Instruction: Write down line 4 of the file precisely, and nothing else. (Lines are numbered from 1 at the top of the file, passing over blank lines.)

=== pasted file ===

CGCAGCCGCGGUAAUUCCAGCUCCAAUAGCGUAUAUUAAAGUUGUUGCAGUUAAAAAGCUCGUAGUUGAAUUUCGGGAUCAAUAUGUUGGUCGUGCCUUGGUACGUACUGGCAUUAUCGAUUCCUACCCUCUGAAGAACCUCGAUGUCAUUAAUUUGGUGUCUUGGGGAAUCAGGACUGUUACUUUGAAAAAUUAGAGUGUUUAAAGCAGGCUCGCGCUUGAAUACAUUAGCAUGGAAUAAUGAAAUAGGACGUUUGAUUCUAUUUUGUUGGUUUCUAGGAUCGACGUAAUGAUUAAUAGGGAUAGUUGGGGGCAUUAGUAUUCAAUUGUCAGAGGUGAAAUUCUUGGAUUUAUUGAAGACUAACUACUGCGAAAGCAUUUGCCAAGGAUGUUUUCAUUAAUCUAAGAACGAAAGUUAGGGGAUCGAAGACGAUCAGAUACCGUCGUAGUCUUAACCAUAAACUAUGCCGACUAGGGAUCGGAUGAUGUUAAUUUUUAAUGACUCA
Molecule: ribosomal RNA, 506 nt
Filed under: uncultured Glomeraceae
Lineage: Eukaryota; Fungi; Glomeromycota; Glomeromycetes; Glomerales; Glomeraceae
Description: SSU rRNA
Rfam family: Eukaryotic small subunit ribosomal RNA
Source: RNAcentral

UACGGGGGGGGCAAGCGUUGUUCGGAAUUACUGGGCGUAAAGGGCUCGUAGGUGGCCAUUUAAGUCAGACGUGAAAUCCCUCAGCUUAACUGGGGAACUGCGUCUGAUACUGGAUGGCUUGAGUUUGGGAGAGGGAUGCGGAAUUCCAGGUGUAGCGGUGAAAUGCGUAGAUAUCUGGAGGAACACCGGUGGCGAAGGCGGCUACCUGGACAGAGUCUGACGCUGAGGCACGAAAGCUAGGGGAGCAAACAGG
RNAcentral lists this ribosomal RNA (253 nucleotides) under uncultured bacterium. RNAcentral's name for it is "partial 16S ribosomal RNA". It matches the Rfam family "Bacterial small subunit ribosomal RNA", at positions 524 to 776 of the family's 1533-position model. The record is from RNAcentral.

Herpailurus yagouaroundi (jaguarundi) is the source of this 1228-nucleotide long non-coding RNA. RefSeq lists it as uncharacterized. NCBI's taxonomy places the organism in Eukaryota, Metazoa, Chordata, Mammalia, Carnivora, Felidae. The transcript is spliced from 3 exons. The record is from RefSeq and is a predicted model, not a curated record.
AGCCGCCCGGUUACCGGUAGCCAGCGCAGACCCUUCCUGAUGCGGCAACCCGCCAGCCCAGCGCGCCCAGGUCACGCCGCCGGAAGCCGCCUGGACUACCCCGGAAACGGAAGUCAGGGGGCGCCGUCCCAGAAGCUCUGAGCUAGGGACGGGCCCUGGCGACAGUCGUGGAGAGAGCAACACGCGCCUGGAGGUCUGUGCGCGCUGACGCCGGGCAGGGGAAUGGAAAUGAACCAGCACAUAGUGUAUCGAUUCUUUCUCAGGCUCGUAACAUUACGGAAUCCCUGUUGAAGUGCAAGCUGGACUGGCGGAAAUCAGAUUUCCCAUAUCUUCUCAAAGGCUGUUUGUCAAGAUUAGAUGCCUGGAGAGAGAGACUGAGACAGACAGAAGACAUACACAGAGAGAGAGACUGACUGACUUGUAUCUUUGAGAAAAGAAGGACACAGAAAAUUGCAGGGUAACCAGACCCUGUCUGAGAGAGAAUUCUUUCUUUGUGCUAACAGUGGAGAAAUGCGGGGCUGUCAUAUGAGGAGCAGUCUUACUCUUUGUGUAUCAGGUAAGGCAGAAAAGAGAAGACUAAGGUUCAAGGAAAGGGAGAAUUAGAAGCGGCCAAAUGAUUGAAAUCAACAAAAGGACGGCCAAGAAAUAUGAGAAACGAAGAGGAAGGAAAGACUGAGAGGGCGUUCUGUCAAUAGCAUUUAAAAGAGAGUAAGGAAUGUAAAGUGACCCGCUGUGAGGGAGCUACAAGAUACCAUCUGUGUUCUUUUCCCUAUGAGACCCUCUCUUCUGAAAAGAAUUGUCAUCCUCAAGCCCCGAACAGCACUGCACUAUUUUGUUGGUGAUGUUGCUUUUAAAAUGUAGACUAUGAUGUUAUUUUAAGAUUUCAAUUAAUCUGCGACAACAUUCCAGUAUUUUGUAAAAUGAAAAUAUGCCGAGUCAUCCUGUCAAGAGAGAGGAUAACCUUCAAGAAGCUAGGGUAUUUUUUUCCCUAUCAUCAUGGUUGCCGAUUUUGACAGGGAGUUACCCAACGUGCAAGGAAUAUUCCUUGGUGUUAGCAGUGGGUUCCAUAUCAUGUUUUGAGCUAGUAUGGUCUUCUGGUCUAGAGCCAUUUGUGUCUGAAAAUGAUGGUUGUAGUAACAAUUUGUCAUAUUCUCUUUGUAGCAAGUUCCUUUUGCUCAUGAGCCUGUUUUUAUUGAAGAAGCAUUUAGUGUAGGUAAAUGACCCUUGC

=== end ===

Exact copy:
Lineage: Eukaryota; Fungi; Glomeromycota; Glomeromycetes; Glomerales; Glomeraceae